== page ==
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How to help adolescent dogs through this teenage developmental stage

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A large majority of dog guardians are not even aware that their dogs go through developmental stages.  One of the most challenging phases is the teenage phase or “adolescence”.  Generally speaking, adolescence in dogs is roughly between 6 months and 12 months or up to 18 to 24 months in age (dependent on breed, type or individual).

Just think about teenage humans, it too can be a challenging time as the brain and hormonal development can cause behavioural challenges, mood changes and frustration. The same applies to our dog companions.

The unfortunate reality is a massive population of dogs are handed into shelters or given up as unwanted during this “teenage dog” phase, purely because of the lack of the family’s knowledge or preparedness that comes with this passing developmental stage.

What to expect:

– Exuberant, boisterous behaviour
– Excessive chewing
– Fearfulness of novelty
– Appearing to not listen
– Chewing, chewing and more chewing

Understand that they are not being naughty or purposefully disobedient- remember this is a challenging time for teenage dogs too!

How to help:

Remember, dogs learn by association and will repeat what they find rewarding. So, reward behaviours you do want them to do using food, praise and play.  For example, if you do not want your dog to keep jumping up on people, then teach them an alternative behaviour- like rewarding them when they have four paws on the ground or redirecting them to fetch a toy.

Learning should always be FUN and enjoyable using positive reinforcement methods. Punishment will only cause more fears, the inability to learn if they are worried or stressed and will break their trust in you.  Go back to the basics like teaching a recall (your dog coming back to you), exploring a fun obstacle course, teaching a high five, a sit and so on.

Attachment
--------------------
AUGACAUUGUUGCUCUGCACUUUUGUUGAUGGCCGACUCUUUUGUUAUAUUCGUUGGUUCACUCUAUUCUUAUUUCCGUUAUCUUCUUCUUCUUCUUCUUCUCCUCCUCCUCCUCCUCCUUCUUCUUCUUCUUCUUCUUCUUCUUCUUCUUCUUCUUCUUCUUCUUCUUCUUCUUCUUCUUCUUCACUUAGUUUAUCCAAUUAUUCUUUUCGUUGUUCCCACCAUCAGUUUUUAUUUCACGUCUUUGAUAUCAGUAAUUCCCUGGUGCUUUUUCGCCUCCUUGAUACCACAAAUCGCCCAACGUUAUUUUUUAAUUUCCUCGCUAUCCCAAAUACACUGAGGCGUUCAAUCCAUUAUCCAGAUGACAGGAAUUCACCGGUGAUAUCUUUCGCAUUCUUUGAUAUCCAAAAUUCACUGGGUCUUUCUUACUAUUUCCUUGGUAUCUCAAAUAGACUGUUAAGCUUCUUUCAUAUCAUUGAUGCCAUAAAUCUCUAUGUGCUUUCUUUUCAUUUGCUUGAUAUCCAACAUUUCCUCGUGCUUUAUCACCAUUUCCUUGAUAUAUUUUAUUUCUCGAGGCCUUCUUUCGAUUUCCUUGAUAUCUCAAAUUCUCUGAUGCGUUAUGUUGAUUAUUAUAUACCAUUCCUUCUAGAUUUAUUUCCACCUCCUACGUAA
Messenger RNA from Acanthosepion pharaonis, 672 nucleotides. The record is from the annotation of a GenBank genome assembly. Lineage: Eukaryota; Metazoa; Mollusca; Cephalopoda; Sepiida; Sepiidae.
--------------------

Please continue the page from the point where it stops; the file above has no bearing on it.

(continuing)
Brain games! Teenage dogs have plenty of excess energy and it is advised to provide more mentally enriching activities that aid problem-solving, promote calm and reduce frustration. Food puzzles, feeding from Kongs, snuffle mats, and plenty of edible chews are recommended as well as scent games and teaching them fun exercises will help tire their minds without compromising their growing bodies.

Keep things predictable, safe and consistent. Young dogs typically experience another “fear period” and need your support and understanding.  One day they may seem full of confidence and the next be fearful of things.  Help them feel safe by gradually helping them learn positive associations to things that may worry them at a pace and distance they feel comfortable.

During this stage, relationship building is the most important. Continuing to have a strong relationship with your dog is important because it will help you continue to exercise patience in times when your teenage dog is simply being a teenage dog.

If you are struggling to understand your teenage dog’s behaviour it is advised to seek the professional help of a certified or accredited animal behaviour consultant or a certified trainer who uses force-free, positive reinforcement methods only.  Quick fixes will always do more damage in the long run.

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